Russian scientists defy Rogozin, will not reactivate German instrument on Spektr-RG telescope

It appears that the Russian astronomers who use their instrument on the Spekr-RG space telescope are refusing to follow the orders of Dmitry Rogozin to reactivate the German instrument — dubed eROSITA — which the Europeans shut down in response to the Russian invasion of the Ukraine.

[T]he head of the Russian Space Research Institute, Lev Matveevich Zelenyi, spoke out against the unauthorized activation of eROSITA to Gazeta: “Our institute – all the scientists – categorically object to this. This objection is both for political and technical reasons.”

“This is not a Russian device. I can’t judge how realistic this whole thing is, I don’t know if our specialists have processing codes… But even if they have, it will be simply impossible to publish this data – no journal will accept it and will do it right,” he added.

Rogozin however appears adamant about taking over eROSITA. But then again, Rogozin blusters a lot, with many of this worst blusters having no bite behind them.

Russia to take control of German telescope on space orbiter

Dmitry Rogozin, the head of Roscosmos, revealed today that he has issued orders for the scientists running the Spektr-RG telescope to figure out how to take over operations of the German instrument on the telescope.

“I gave instructions to start work on restoring the operation of the German telescope in the Spektr-RG system so it works together with the Russian telescope,” he said in an interview with the Rossiya-24 TV channel.

The head of Roscosmos said the decision was necessary for research. “They – the people that made the decision [to shut down the telescope] don’t have a moral right to halt this research for humankind just because their pro-fascist views are close to our enemies,” he said.

The Europeans had shut down operations when it broke off all of its space partnerships with Russia, following the Ukraine invasion and the decision of Russia to confiscate 36 OneWeb satellites rather than launch them as it was paid to do.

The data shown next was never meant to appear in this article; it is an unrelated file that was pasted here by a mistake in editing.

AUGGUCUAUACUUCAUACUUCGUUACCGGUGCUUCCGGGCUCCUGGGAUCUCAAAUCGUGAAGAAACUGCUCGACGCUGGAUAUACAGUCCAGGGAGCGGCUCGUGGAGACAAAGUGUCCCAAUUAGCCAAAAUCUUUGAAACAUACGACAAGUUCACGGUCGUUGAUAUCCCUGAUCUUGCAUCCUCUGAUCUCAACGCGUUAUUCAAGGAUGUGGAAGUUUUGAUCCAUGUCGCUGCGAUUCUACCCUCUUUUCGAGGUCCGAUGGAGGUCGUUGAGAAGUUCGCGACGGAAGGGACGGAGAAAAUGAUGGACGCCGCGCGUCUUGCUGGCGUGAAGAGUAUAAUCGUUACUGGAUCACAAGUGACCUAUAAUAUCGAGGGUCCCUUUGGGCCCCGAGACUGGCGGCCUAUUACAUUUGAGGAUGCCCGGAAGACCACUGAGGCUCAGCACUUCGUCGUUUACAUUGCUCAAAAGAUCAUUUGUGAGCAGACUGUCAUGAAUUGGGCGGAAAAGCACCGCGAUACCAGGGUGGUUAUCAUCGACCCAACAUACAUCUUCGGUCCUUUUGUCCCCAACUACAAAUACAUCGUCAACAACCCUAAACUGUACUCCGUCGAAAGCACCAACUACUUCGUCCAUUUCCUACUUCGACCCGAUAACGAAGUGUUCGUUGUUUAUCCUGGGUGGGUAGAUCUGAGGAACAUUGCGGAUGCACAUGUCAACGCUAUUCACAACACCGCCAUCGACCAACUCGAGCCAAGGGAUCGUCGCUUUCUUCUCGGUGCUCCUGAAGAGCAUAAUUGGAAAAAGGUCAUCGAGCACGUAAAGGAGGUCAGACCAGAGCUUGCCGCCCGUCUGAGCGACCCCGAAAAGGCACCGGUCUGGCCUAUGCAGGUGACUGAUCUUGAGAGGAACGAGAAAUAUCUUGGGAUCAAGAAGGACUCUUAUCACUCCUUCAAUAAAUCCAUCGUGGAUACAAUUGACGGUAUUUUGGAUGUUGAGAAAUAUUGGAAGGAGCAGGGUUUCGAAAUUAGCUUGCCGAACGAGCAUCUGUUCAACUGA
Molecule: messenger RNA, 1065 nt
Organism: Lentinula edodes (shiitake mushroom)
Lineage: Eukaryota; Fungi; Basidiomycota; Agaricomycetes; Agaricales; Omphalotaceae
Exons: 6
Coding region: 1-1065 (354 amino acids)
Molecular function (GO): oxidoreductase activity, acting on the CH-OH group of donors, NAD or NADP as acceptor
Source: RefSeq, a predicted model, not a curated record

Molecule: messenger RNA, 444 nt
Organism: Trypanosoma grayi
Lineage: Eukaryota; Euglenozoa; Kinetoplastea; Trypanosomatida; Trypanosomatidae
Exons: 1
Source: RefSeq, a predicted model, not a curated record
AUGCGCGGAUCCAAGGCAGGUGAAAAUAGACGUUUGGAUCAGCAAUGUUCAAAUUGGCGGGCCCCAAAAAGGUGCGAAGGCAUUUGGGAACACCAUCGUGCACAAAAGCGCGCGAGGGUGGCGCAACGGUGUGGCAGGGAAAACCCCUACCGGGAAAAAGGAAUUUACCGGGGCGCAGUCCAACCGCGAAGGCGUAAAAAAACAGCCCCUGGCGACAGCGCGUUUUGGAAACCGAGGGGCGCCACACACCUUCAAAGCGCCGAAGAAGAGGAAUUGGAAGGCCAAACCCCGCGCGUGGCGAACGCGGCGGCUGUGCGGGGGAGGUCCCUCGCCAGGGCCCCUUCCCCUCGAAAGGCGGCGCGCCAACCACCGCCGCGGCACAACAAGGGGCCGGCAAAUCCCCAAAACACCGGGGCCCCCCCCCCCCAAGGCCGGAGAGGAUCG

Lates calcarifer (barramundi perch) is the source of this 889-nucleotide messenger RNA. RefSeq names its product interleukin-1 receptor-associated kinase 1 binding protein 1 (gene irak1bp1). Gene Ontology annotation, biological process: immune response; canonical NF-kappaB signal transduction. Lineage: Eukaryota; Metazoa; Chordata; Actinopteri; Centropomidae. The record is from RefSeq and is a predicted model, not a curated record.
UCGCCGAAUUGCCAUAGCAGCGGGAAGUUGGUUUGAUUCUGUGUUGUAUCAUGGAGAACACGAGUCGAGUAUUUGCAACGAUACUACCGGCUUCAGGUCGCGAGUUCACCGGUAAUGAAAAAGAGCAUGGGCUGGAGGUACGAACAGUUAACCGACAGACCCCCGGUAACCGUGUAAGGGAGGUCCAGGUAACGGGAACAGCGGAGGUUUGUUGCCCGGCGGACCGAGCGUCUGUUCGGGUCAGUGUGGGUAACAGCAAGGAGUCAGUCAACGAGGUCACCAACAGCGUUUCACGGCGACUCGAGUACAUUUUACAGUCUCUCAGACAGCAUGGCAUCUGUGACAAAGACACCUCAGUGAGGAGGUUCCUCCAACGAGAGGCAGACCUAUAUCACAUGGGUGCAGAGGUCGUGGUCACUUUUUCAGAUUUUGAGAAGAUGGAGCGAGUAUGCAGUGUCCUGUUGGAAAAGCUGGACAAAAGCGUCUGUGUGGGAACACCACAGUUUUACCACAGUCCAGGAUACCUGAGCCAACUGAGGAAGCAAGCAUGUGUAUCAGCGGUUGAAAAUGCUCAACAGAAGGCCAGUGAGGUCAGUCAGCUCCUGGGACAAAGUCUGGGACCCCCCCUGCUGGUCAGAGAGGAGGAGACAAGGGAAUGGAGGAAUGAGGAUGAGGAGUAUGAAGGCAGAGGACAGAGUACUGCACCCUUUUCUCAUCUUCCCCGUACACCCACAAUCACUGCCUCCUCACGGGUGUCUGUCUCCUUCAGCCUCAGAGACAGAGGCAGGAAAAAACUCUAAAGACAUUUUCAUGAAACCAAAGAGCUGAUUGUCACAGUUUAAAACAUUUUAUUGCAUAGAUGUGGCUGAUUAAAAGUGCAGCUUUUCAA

Germany turns off its instrument on the Spektr-RG orbiting X-ray telescope

As part of Germany’s decision to break off all scientific cooperation with Russia in response to Russia’s Ukraine invasion, the Max Plank Institute has turned off its instrument on the Spektr-RG orbiting X-ray telescope.

Meanwhile, Roscosmos’ head, Dmitry Rogozin revealed he will demand compensation from Europe for its sanctions, including this shut down on Spektr-RG.

Europe’s sanctions cause real losses to Russia’s space corporation Roscosmos. The corporation will estimate them and demand a compensation from partners in Europe, Roscosmos’s press-service told TASS on Tuesday. “They have caused harm to the Spektr-RG laboratory’s research program by turning off one of the two telescopes. Their sanctions cause real losses to us. The damage will be estimated and a bill presented to the European side,” Roscosmos said.

It now appears that all the European cooperation with Russia in space is likely dead, at least until Russia gets out of the Ukraine.

More Russian launch delays

Three stories out of Russia today suggest that that country’s aerospace industry has not yet fixed all of its quality control problems.

The last two stories both refer to the launch of Germany’s Spektr-RG, which was originally supposed to launch in 2014. The most recent schedule said the astronomical observatory would be launched in September 2018. That they need an extra month in order to “integration and ground development of the Spektr-RG spacecraft” does not seem out of line. At the same time, that they do not provide any reasons for the delay raises questions.

Meanwhile, that the Proton rocket for the Amazonas-5 launch has not yet been shipped seems incredible. The September 9 launch date was announced on August 9. You would expect that by now Russian companies would know exactly how long it takes to get a rocket to the launchpad. This suggests another more fundamental problem with the rocket that they are not revealing.

I know I am being a bit harsh on the Russians here. A more positive spin (which also might be true) might be that they are finally getting a handle on their quality control issues, and the result is these few additional delays as they clean things up.